Austin health officials warn there are 16 staffed ICU beds left for 2.3 million residents as COVID cases surge – CBS News

Health officials in Austin, Texas, issued a dire warning on Friday: There are only about 16 staffed ICU beds left for the entire region, an 11-county area that’s home to more than two million people. It’s the lowest number of ICU beds available in the region since the pandemic began, the city said. 

“The latest COVID-19 spike is putting extraordinary pressure on our hospitals, emergency departments and healthcare professionals, and it has further challenged hospital staffing due to a longstanding nursing shortage,” a group of hospitals said in a statement from the city. 

All of the hospitals in Travis County — where Austin is located — and in 10 other counties are part of what the state calls Trauma Region O. Trauma Region O serves approximately 2.3 million people, according to the city’s statement. 

Austin’s public health department urged the community to act “as the situation becomes critical.” 

“We are running out of time and our community must act now,” Dr. Desmar Walkes of the Austin-Travis County Health Authority said in the city’s statement. “Our ICU capacity is reaching a critical point where the level of risk to the entire community has significantly increased and not just to those who are needing treatment for COVID.”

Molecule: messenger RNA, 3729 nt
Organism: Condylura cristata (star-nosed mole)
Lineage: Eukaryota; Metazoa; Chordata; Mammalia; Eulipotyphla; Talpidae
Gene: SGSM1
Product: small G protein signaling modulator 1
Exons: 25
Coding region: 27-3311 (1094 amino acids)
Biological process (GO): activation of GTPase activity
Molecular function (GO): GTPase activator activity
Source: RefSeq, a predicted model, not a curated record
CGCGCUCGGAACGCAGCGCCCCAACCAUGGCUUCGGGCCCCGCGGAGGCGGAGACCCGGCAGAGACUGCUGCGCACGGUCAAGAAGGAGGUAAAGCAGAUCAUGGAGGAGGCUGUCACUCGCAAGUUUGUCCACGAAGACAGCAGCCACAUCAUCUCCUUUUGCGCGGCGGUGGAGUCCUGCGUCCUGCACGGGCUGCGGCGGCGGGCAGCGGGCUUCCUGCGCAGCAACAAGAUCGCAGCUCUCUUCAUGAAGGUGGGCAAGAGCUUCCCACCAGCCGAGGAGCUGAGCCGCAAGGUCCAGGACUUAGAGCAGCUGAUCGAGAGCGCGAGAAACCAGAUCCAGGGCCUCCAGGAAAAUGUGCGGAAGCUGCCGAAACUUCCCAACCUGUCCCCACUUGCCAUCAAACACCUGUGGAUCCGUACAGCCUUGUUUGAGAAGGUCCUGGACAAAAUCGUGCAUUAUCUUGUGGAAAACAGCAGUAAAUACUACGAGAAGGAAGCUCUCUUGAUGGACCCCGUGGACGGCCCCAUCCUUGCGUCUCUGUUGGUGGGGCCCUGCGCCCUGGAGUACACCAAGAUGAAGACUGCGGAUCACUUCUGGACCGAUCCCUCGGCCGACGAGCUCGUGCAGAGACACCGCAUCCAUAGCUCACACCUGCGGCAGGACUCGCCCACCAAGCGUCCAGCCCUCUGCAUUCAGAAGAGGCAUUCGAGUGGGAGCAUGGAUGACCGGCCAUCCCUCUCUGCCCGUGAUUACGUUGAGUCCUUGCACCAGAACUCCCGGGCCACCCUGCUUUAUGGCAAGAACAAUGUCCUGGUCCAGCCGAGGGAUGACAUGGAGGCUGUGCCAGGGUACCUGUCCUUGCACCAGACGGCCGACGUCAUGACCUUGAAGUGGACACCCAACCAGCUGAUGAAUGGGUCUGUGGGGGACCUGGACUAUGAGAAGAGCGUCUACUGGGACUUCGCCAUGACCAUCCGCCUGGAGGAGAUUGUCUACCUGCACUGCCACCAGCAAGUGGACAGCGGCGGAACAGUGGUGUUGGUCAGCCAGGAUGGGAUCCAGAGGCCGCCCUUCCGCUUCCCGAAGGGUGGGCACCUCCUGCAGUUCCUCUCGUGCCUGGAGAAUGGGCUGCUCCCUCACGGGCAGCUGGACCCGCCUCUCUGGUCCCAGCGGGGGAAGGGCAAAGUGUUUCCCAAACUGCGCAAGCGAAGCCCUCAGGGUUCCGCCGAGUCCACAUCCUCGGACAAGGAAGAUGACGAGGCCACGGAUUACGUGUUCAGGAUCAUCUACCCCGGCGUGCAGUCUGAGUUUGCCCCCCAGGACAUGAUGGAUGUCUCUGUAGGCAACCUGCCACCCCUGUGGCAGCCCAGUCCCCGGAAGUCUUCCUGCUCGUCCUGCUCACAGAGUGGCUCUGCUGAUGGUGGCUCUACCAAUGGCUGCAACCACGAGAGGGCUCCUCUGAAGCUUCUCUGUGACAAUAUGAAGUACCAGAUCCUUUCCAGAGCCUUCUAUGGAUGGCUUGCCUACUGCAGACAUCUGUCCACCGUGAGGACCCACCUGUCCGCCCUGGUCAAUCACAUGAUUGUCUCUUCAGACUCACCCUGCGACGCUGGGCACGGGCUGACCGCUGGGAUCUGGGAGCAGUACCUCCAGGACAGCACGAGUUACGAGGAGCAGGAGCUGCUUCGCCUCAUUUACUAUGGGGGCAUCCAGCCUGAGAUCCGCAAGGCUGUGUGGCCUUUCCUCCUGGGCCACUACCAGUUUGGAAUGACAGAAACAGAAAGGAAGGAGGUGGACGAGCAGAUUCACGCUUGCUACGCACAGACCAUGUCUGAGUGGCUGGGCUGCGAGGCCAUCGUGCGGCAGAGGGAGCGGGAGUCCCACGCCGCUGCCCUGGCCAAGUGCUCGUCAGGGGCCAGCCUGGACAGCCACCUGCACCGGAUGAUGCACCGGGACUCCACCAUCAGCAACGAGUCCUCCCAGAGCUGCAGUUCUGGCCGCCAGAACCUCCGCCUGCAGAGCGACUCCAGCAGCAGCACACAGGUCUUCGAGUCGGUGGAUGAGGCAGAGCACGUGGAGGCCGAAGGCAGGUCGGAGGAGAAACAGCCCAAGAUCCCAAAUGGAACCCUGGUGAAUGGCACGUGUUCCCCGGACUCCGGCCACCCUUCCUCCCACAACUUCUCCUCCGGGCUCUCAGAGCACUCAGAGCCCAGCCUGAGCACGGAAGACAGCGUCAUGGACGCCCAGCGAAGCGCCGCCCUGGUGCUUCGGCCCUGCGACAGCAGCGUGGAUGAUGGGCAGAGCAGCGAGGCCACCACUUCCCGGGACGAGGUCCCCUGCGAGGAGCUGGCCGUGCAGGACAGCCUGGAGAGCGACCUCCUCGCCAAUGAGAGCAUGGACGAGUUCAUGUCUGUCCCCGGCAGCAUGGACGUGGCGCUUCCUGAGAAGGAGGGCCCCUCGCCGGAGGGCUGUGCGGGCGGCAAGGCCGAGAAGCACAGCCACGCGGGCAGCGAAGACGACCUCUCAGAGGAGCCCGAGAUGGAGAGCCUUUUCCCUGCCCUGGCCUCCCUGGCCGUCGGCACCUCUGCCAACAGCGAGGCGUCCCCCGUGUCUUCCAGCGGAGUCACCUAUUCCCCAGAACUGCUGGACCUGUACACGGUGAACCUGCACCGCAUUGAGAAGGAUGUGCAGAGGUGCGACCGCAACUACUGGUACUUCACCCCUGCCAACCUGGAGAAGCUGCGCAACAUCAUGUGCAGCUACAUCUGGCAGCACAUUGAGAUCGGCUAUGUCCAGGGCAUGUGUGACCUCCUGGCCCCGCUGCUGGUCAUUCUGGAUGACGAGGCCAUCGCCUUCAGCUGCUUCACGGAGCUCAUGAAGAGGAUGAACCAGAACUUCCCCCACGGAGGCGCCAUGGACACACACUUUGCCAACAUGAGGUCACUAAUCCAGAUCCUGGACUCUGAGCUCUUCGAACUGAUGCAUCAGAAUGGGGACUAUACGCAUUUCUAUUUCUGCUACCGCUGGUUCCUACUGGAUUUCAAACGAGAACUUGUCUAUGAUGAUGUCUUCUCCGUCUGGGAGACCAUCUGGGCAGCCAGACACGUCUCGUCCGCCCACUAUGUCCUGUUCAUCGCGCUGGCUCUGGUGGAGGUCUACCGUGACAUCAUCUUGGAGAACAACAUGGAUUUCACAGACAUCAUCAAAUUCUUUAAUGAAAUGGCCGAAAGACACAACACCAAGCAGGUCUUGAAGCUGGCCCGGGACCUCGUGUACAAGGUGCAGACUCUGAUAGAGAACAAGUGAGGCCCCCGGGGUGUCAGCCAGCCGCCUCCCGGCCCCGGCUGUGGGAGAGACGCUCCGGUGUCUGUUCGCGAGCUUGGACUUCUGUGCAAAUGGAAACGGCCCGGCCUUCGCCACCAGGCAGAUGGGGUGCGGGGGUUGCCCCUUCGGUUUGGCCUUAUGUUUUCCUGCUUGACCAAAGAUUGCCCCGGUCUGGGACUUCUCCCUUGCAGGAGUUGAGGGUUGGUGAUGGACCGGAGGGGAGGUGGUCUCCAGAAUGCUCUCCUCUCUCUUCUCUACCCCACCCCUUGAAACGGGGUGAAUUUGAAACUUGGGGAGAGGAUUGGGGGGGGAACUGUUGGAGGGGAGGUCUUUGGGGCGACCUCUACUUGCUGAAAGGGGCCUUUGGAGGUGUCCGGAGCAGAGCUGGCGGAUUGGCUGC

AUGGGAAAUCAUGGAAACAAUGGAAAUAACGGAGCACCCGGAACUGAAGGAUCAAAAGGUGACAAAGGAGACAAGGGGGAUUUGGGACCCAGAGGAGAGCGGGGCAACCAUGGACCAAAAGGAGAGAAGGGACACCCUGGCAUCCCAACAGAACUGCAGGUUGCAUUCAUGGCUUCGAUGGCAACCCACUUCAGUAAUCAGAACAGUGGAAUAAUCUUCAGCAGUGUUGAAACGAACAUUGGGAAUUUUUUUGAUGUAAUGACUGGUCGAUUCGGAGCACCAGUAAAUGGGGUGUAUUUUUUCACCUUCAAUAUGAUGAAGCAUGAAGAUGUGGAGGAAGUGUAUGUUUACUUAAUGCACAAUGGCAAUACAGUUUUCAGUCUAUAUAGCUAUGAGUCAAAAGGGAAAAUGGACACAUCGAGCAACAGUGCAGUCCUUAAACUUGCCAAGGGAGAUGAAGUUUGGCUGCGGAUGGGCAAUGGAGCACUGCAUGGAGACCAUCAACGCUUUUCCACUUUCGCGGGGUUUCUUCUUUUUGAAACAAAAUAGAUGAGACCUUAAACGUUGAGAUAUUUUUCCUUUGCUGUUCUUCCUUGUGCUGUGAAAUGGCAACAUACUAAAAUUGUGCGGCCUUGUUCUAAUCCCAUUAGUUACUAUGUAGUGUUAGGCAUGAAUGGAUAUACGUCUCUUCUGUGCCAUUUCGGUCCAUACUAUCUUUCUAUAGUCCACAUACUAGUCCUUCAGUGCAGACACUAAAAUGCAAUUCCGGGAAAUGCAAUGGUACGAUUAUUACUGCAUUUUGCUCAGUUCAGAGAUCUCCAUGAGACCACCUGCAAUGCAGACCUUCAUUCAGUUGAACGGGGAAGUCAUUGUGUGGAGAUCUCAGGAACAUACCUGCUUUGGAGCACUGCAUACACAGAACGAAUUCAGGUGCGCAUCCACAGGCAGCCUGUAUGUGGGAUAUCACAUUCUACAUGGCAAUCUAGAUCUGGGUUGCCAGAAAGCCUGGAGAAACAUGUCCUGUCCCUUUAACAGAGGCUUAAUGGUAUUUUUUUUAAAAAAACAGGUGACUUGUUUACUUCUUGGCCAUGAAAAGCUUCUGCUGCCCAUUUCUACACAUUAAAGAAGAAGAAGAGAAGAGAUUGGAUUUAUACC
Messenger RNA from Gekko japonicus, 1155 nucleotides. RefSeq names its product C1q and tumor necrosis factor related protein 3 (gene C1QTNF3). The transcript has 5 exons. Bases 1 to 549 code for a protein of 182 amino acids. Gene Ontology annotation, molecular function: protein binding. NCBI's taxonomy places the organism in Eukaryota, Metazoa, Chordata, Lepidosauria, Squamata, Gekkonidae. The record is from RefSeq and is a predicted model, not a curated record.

The dire figures come as Austin is battling a spike in hospitalizations. According to data gathered by the city and Travis County, the 7-day average of COVID-19 hospitalizations has increased by over 47% over the past week. In that time, the number of COVID-19 patients in local ICU’s jumped from 91 to 117, a 28% increase, and the number of patients on ventilators rose from 47 to 65, a 38% increase, the city’s statement said. 

In July, more than 4,600 new COVID-19 cases and 19 deaths have been reported to Austin’s public health department, the city added. 

In a statement shared at an Austin City Council meeting on Tuesday, a local nurse practitioner said the intensive care unit capacity at their hospital recently “blew up.”

“They are literally all on ventilators and/or ECMO lung bypass,” the nurse practitioner wrote in the statement. 

“I am angry. I am so angry,” they added. “I am also sad and dismayed. The third round is, was, entirely preventable. It is devastating to see and experience firsthand.”